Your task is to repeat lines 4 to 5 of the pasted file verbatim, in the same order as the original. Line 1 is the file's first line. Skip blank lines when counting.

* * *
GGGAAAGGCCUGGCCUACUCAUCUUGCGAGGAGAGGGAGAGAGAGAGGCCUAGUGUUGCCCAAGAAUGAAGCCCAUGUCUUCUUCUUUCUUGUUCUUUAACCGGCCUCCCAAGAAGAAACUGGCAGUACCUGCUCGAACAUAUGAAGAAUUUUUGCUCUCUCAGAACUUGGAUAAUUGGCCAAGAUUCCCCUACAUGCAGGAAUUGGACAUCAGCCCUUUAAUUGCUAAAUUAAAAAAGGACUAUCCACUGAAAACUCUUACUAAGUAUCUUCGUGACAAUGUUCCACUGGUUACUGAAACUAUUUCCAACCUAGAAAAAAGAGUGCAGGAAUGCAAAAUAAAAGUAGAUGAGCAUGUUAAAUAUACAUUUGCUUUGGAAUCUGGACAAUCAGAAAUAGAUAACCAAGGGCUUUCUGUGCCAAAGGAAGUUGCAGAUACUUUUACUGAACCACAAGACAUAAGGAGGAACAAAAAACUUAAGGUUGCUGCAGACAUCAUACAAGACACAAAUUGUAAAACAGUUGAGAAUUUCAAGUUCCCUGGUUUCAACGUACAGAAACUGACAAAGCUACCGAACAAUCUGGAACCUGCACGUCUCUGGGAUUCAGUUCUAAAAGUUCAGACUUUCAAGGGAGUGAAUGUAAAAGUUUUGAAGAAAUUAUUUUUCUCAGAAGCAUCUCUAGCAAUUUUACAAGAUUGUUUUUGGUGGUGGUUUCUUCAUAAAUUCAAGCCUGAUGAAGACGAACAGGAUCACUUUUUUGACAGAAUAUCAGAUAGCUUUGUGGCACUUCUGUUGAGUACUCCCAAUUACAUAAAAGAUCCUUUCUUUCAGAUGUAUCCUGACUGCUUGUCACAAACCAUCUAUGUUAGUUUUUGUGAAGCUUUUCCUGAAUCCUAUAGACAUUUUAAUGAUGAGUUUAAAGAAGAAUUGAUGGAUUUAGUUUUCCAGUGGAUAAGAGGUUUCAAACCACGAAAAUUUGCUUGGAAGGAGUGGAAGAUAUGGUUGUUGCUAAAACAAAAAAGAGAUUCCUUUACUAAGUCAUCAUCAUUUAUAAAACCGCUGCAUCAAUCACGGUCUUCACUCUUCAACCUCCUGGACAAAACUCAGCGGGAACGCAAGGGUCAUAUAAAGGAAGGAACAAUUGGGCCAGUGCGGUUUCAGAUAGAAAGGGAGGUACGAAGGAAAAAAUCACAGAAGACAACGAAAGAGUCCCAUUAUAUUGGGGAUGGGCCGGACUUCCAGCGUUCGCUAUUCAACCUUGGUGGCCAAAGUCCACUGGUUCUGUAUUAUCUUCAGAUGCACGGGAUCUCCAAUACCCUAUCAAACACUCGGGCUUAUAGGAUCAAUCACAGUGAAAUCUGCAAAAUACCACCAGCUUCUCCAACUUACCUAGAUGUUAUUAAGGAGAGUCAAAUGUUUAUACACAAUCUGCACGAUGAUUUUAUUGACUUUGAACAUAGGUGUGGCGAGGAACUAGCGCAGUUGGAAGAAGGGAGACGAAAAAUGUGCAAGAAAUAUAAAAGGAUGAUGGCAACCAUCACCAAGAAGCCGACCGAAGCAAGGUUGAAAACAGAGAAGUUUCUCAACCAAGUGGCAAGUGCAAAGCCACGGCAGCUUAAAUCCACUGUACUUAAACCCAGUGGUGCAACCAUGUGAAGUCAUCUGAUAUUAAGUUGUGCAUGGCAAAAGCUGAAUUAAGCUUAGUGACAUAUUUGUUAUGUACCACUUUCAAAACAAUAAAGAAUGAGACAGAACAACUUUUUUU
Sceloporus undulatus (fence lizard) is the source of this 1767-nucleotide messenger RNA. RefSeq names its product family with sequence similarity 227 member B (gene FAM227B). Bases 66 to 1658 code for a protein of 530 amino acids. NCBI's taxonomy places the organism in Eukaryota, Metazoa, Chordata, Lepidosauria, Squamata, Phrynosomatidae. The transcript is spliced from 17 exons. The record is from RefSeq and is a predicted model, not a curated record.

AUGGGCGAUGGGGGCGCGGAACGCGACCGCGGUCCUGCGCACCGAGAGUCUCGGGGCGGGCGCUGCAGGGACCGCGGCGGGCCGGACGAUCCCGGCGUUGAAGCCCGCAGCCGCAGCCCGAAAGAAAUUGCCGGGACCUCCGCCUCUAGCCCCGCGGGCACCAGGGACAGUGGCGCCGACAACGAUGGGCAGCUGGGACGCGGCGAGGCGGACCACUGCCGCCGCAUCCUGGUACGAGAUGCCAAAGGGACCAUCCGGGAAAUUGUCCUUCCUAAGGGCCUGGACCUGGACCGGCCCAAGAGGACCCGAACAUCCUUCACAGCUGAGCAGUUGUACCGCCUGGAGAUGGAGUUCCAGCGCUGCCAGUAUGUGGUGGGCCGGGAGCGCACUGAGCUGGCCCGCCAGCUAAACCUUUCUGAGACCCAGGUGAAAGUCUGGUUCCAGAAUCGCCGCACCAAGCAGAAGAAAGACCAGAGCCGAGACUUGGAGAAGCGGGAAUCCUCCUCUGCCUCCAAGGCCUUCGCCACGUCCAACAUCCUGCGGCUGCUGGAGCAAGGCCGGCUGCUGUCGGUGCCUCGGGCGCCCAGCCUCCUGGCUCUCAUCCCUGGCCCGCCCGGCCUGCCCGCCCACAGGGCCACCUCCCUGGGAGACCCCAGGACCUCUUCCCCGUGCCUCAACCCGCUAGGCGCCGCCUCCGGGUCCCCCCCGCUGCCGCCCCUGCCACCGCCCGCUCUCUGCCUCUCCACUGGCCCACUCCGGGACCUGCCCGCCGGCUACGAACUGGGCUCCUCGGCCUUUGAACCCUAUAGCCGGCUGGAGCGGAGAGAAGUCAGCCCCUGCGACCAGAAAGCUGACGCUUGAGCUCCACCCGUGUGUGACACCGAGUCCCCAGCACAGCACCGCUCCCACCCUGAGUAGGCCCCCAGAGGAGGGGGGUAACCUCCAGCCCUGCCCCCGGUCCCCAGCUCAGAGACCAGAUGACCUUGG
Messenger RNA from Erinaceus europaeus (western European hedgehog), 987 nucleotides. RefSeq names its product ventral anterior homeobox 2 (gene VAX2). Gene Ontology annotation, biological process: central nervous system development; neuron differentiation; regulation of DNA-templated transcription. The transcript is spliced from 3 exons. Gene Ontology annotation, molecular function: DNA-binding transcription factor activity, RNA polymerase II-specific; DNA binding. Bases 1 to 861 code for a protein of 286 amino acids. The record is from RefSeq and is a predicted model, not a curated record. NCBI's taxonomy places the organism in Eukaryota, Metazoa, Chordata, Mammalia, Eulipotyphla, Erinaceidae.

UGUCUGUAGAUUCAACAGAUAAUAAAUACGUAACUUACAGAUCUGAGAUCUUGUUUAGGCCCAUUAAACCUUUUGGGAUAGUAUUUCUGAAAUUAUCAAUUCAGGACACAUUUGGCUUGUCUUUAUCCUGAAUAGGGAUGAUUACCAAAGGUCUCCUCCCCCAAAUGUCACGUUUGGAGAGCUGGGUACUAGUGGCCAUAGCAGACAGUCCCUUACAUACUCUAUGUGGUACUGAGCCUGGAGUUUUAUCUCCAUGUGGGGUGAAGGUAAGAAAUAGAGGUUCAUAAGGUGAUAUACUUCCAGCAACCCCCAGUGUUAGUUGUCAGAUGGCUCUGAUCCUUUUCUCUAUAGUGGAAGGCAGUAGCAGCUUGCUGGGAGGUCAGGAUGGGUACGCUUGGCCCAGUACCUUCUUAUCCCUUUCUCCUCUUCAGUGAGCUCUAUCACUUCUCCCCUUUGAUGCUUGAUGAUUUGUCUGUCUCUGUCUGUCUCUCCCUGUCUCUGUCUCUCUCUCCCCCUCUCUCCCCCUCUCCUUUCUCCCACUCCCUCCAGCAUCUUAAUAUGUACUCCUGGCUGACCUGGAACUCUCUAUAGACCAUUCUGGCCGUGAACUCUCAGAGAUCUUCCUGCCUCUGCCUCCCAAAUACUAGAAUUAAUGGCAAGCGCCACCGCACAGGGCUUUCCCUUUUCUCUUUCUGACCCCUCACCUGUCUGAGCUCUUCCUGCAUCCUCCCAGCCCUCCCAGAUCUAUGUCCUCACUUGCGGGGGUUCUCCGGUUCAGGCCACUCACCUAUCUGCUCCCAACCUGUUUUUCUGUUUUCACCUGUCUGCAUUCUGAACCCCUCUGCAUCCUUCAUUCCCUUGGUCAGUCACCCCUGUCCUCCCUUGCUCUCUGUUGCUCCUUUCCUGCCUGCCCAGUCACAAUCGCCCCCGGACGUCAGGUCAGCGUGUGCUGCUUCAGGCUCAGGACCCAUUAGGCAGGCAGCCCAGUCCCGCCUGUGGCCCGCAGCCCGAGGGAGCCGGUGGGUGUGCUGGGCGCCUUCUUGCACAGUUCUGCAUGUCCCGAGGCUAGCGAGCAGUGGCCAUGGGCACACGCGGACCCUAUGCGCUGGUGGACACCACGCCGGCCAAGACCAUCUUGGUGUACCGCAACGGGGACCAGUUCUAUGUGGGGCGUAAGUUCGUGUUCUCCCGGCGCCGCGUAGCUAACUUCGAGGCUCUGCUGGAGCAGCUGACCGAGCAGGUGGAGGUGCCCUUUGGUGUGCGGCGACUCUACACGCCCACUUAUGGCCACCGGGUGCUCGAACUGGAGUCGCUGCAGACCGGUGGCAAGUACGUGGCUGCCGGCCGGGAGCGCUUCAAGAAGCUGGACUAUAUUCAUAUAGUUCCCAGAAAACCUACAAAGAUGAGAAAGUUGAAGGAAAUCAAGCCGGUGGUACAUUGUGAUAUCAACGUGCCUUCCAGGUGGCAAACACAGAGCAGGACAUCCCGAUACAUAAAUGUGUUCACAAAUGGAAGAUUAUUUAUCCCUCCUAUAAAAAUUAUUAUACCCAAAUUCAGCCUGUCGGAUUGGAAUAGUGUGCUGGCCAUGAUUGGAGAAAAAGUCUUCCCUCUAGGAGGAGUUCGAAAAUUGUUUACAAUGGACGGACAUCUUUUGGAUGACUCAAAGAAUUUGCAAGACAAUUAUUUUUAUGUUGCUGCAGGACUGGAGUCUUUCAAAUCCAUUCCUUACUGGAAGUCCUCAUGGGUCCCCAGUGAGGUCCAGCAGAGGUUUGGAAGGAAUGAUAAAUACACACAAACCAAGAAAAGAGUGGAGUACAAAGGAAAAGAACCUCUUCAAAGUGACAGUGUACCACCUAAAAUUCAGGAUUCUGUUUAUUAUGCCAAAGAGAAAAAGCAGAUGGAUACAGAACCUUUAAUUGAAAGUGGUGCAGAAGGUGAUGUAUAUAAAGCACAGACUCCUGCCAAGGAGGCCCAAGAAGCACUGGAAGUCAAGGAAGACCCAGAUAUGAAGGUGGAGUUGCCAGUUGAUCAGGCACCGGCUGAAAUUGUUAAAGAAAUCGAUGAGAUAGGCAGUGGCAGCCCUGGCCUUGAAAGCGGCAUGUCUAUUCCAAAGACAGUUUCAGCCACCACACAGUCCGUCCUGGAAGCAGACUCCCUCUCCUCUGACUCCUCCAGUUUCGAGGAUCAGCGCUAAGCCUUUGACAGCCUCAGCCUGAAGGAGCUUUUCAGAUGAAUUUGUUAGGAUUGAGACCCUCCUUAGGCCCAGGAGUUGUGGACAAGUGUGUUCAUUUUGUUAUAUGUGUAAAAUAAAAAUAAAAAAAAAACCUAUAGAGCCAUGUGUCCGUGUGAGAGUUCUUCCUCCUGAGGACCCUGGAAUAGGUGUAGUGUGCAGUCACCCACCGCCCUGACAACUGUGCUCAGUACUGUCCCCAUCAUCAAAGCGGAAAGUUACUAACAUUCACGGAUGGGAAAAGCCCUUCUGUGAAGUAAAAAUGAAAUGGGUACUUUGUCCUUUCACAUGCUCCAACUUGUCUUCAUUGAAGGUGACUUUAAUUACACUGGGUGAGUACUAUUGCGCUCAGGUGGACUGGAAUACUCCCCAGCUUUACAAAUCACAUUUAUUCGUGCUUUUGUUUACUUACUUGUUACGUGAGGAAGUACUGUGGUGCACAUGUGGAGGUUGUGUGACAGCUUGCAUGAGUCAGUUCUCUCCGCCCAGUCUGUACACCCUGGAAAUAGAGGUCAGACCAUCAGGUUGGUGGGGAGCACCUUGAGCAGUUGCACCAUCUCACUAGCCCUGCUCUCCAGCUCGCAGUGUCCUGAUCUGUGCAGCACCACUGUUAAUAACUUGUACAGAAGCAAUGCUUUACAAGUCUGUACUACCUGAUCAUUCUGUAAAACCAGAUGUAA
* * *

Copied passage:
Messenger RNA from Erinaceus europaeus (western European hedgehog), 987 nucleotides. RefSeq names its product ventral anterior homeobox 2 (gene VAX2). Gene Ontology annotation, biological process: central nervous system development; neuron differentiation; regulation of DNA-templated transcription. The transcript is spliced from 3 exons. Gene Ontology annotation, molecular function: DNA-binding transcription factor activity, RNA polymerase II-specific; DNA binding. Bases 1 to 861 code for a protein of 286 amino acids. The record is from RefSeq and is a predicted model, not a curated record. NCBI's taxonomy places the organism in Eukaryota, Metazoa, Chordata, Mammalia, Eulipotyphla, Erinaceidae.

UGUCUGUAGAUUCAACAGAUAAUAAAUACGUAACUUACAGAUCUGAGAUCUUGUUUAGGCCCAUUAAACCUUUUGGGAUAGUAUUUCUGAAAUUAUCAAUUCAGGACACAUUUGGCUUGUCUUUAUCCUGAAUAGGGAUGAUUACCAAAGGUCUCCUCCCCCAAAUGUCACGUUUGGAGAGCUGGGUACUAGUGGCCAUAGCAGACAGUCCCUUACAUACUCUAUGUGGUACUGAGCCUGGAGUUUUAUCUCCAUGUGGGGUGAAGGUAAGAAAUAGAGGUUCAUAAGGUGAUAUACUUCCAGCAACCCCCAGUGUUAGUUGUCAGAUGGCUCUGAUCCUUUUCUCUAUAGUGGAAGGCAGUAGCAGCUUGCUGGGAGGUCAGGAUGGGUACGCUUGGCCCAGUACCUUCUUAUCCCUUUCUCCUCUUCAGUGAGCUCUAUCACUUCUCCCCUUUGAUGCUUGAUGAUUUGUCUGUCUCUGUCUGUCUCUCCCUGUCUCUGUCUCUCUCUCCCCCUCUCUCCCCCUCUCCUUUCUCCCACUCCCUCCAGCAUCUUAAUAUGUACUCCUGGCUGACCUGGAACUCUCUAUAGACCAUUCUGGCCGUGAACUCUCAGAGAUCUUCCUGCCUCUGCCUCCCAAAUACUAGAAUUAAUGGCAAGCGCCACCGCACAGGGCUUUCCCUUUUCUCUUUCUGACCCCUCACCUGUCUGAGCUCUUCCUGCAUCCUCCCAGCCCUCCCAGAUCUAUGUCCUCACUUGCGGGGGUUCUCCGGUUCAGGCCACUCACCUAUCUGCUCCCAACCUGUUUUUCUGUUUUCACCUGUCUGCAUUCUGAACCCCUCUGCAUCCUUCAUUCCCUUGGUCAGUCACCCCUGUCCUCCCUUGCUCUCUGUUGCUCCUUUCCUGCCUGCCCAGUCACAAUCGCCCCCGGACGUCAGGUCAGCGUGUGCUGCUUCAGGCUCAGGACCCAUUAGGCAGGCAGCCCAGUCCCGCCUGUGGCCCGCAGCCCGAGGGAGCCGGUGGGUGUGCUGGGCGCCUUCUUGCACAGUUCUGCAUGUCCCGAGGCUAGCGAGCAGUGGCCAUGGGCACACGCGGACCCUAUGCGCUGGUGGACACCACGCCGGCCAAGACCAUCUUGGUGUACCGCAACGGGGACCAGUUCUAUGUGGGGCGUAAGUUCGUGUUCUCCCGGCGCCGCGUAGCUAACUUCGAGGCUCUGCUGGAGCAGCUGACCGAGCAGGUGGAGGUGCCCUUUGGUGUGCGGCGACUCUACACGCCCACUUAUGGCCACCGGGUGCUCGAACUGGAGUCGCUGCAGACCGGUGGCAAGUACGUGGCUGCCGGCCGGGAGCGCUUCAAGAAGCUGGACUAUAUUCAUAUAGUUCCCAGAAAACCUACAAAGAUGAGAAAGUUGAAGGAAAUCAAGCCGGUGGUACAUUGUGAUAUCAACGUGCCUUCCAGGUGGCAAACACAGAGCAGGACAUCCCGAUACAUAAAUGUGUUCACAAAUGGAAGAUUAUUUAUCCCUCCUAUAAAAAUUAUUAUACCCAAAUUCAGCCUGUCGGAUUGGAAUAGUGUGCUGGCCAUGAUUGGAGAAAAAGUCUUCCCUCUAGGAGGAGUUCGAAAAUUGUUUACAAUGGACGGACAUCUUUUGGAUGACUCAAAGAAUUUGCAAGACAAUUAUUUUUAUGUUGCUGCAGGACUGGAGUCUUUCAAAUCCAUUCCUUACUGGAAGUCCUCAUGGGUCCCCAGUGAGGUCCAGCAGAGGUUUGGAAGGAAUGAUAAAUACACACAAACCAAGAAAAGAGUGGAGUACAAAGGAAAAGAACCUCUUCAAAGUGACAGUGUACCACCUAAAAUUCAGGAUUCUGUUUAUUAUGCCAAAGAGAAAAAGCAGAUGGAUACAGAACCUUUAAUUGAAAGUGGUGCAGAAGGUGAUGUAUAUAAAGCACAGACUCCUGCCAAGGAGGCCCAAGAAGCACUGGAAGUCAAGGAAGACCCAGAUAUGAAGGUGGAGUUGCCAGUUGAUCAGGCACCGGCUGAAAUUGUUAAAGAAAUCGAUGAGAUAGGCAGUGGCAGCCCUGGCCUUGAAAGCGGCAUGUCUAUUCCAAAGACAGUUUCAGCCACCACACAGUCCGUCCUGGAAGCAGACUCCCUCUCCUCUGACUCCUCCAGUUUCGAGGAUCAGCGCUAAGCCUUUGACAGCCUCAGCCUGAAGGAGCUUUUCAGAUGAAUUUGUUAGGAUUGAGACCCUCCUUAGGCCCAGGAGUUGUGGACAAGUGUGUUCAUUUUGUUAUAUGUGUAAAAUAAAAAUAAAAAAAAAACCUAUAGAGCCAUGUGUCCGUGUGAGAGUUCUUCCUCCUGAGGACCCUGGAAUAGGUGUAGUGUGCAGUCACCCACCGCCCUGACAACUGUGCUCAGUACUGUCCCCAUCAUCAAAGCGGAAAGUUACUAACAUUCACGGAUGGGAAAAGCCCUUCUGUGAAGUAAAAAUGAAAUGGGUACUUUGUCCUUUCACAUGCUCCAACUUGUCUUCAUUGAAGGUGACUUUAAUUACACUGGGUGAGUACUAUUGCGCUCAGGUGGACUGGAAUACUCCCCAGCUUUACAAAUCACAUUUAUUCGUGCUUUUGUUUACUUACUUGUUACGUGAGGAAGUACUGUGGUGCACAUGUGGAGGUUGUGUGACAGCUUGCAUGAGUCAGUUCUCUCCGCCCAGUCUGUACACCCUGGAAAUAGAGGUCAGACCAUCAGGUUGGUGGGGAGCACCUUGAGCAGUUGCACCAUCUCACUAGCCCUGCUCUCCAGCUCGCAGUGUCCUGAUCUGUGCAGCACCACUGUUAAUAACUUGUACAGAAGCAAUGCUUUACAAGUCUGUACUACCUGAUCAUUCUGUAAAACCAGAUGUAA